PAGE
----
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pods::SDL::Tutorial(3)User Contributed Perl Documentatiopods::SDL::Tutorial(3)

NAME
       SDL::Tutorial - introduction to Perl SDL

   CATEGORY
       Tutorials

SYNOPSIS
	       # to read this tutorial
	       $ perldoc SDL::Tutorial

	       # to run	this tutorial
	       $ perl -MSDL::Tutorial -e 1

SDL Manual
       "SDL::Tutorial" are incomplete and old. A new book has been started to
       provide a complete tutorial for SDL. See	<http://bit.ly/hvxc9V>.

SDL BASICS
       SDL, the	Simple DirectMedia Layer, is a cross-platform multimedia
       library.	 These are the Perl 5 bindings.	 You can find out more about
       SDL at <http://www.libsdl.org/>.	You can	find out more about SDL	perl
       at <http://sdl.perl.org>.

       Creating	an SDL application with	Perl is	easy.  You have	to know	a few
       basics, though.	Here's how to get up and running as quickly as
       possible.

   Surfaces
       All graphics in SDL live	on a surface.  You'll need at least one.
       That's what SDLx::App provides.

       Of course, before you can get a surface,	you need to initialize your
       video mode.  SDL	gives you several options, including whether to	run in
       a window	or take	over the full screen, the size of the window, the bit
       depth of	your colors, and whether to use	hardware acceleration.	For
       now, we'll build	something really simple.

   Initialization
       SDLx::App makes it easy to initialize video and create a	surface.
       Here's how to ask for a windowed	surface	with 640x480x16	resolution:

	       use SDLx::App;

	       my $app = SDLx::App->new(
		       width  => 640,
		       height => 480,
		       depth  => 16,
	       );

       You can get more	creative, especially if	you use	the "title" and	"icon"
       attributes in a windowed	application.  Here's how to set	the window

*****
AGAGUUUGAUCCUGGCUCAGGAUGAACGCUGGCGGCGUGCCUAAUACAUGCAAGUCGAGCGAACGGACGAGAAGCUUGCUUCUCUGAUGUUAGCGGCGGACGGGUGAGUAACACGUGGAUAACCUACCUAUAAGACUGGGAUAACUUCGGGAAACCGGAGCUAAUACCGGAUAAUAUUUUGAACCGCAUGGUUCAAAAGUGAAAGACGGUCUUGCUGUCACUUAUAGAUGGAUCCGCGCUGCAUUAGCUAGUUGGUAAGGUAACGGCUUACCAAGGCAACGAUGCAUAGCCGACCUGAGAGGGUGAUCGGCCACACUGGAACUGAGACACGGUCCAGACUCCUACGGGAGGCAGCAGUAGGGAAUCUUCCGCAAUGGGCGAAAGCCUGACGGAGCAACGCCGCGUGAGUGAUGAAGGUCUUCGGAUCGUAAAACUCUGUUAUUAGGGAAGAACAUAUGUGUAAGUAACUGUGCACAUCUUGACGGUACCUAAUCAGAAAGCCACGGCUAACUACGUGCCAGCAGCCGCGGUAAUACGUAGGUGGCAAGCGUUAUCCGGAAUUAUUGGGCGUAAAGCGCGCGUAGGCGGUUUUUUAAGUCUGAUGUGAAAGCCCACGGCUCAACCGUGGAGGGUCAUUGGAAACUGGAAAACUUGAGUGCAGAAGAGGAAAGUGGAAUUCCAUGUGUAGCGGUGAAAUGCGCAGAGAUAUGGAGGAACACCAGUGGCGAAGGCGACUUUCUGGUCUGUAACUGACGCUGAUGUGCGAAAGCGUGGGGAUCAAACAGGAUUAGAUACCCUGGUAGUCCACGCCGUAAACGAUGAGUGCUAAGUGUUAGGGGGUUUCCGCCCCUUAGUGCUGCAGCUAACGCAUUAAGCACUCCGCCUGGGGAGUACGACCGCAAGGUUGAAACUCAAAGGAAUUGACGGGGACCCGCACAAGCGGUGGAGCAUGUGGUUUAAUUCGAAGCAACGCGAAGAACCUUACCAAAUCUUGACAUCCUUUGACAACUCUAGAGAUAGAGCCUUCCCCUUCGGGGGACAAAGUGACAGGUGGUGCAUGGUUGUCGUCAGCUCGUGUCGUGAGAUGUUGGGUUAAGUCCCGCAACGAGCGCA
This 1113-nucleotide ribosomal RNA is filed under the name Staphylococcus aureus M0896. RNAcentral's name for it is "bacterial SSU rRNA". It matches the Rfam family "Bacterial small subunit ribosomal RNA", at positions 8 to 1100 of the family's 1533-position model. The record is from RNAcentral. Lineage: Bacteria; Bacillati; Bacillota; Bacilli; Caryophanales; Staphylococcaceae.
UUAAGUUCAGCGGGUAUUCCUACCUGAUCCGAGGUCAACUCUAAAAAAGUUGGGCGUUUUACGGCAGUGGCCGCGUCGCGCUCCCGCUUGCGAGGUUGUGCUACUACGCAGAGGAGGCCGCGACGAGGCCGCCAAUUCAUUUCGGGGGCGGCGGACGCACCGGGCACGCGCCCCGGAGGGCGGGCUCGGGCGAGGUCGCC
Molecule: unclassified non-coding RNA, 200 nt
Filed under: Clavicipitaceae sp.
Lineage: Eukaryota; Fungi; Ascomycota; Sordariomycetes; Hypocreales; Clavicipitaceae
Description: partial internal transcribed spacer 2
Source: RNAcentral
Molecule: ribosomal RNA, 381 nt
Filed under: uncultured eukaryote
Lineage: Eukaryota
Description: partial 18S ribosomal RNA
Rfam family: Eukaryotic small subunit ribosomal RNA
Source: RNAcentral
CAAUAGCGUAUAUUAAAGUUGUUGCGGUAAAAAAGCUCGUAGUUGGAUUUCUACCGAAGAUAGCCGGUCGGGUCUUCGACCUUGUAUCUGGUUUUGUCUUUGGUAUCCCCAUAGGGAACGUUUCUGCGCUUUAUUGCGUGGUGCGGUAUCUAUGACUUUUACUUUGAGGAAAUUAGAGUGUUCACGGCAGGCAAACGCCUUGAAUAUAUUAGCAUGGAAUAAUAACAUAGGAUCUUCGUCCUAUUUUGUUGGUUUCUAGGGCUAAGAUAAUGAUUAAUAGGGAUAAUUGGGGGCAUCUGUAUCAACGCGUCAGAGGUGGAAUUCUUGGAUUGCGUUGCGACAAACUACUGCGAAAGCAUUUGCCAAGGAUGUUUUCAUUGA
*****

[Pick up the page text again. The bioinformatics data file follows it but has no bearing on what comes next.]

title of	the application	to "My SDL Program":

	       use SDLx::App;

	       my $app = SDLx::App->new(
		       height => 640,
		       width  => 480,
		       depth  => 16,
		       title  => 'My SDL Program',
	       );

       Setting an icon is a little more	involved -- you	have to	load an	image
       onto a surface.	That's a bit more complicated, but see the "name"
       parameter to "SDL::Surface-"new()> if you want to skip ahead.

   Working With	The App
       Since $app from the code	above is just an SDL surface with some extra
       sugar, it behaves much like SDL::Surface.  In particular, the all-
       important "blit"	and "update" methods work.  You'll need	to create
       SDL::Rect objects representing sources of graphics to draw onto the
       $app's surface, "blit" them there, then "update"	the $app.

       Note:  "blitting" is copying a chunk of memory from one place to
       another.

       That, however, is another tutorial.

SEE ALSO
       SDL::Tutorial::Animation
	   basic rectangle drawing and animation

       SDL::Tutorial::LunarLander
	   basic image loading and animation

AUTHORS
       chromatic, <chromatic@wgz.org>.

       Written for and maintained by the Perl SDL project,
       <http://sdl.perl.org/>. See "AUTHORS" in	SDL for	details.

COPYRIGHT
       Copyright (c) 2003 - 2004, chromatic. 2009 - 2010, kthakore.  All
       rights reserved.	 This module is	distributed under the same terms as
       Perl itself, in the hope	that it	is useful but certainly	under no
       guarantee.

perl v5.32.1			  2021-02-28		pods::SDL::Tutorial(3)

NAME | SYNOPSIS | SDL Manual | SDL BASICS | SEE ALSO | AUTHORS | COPYRIGHT

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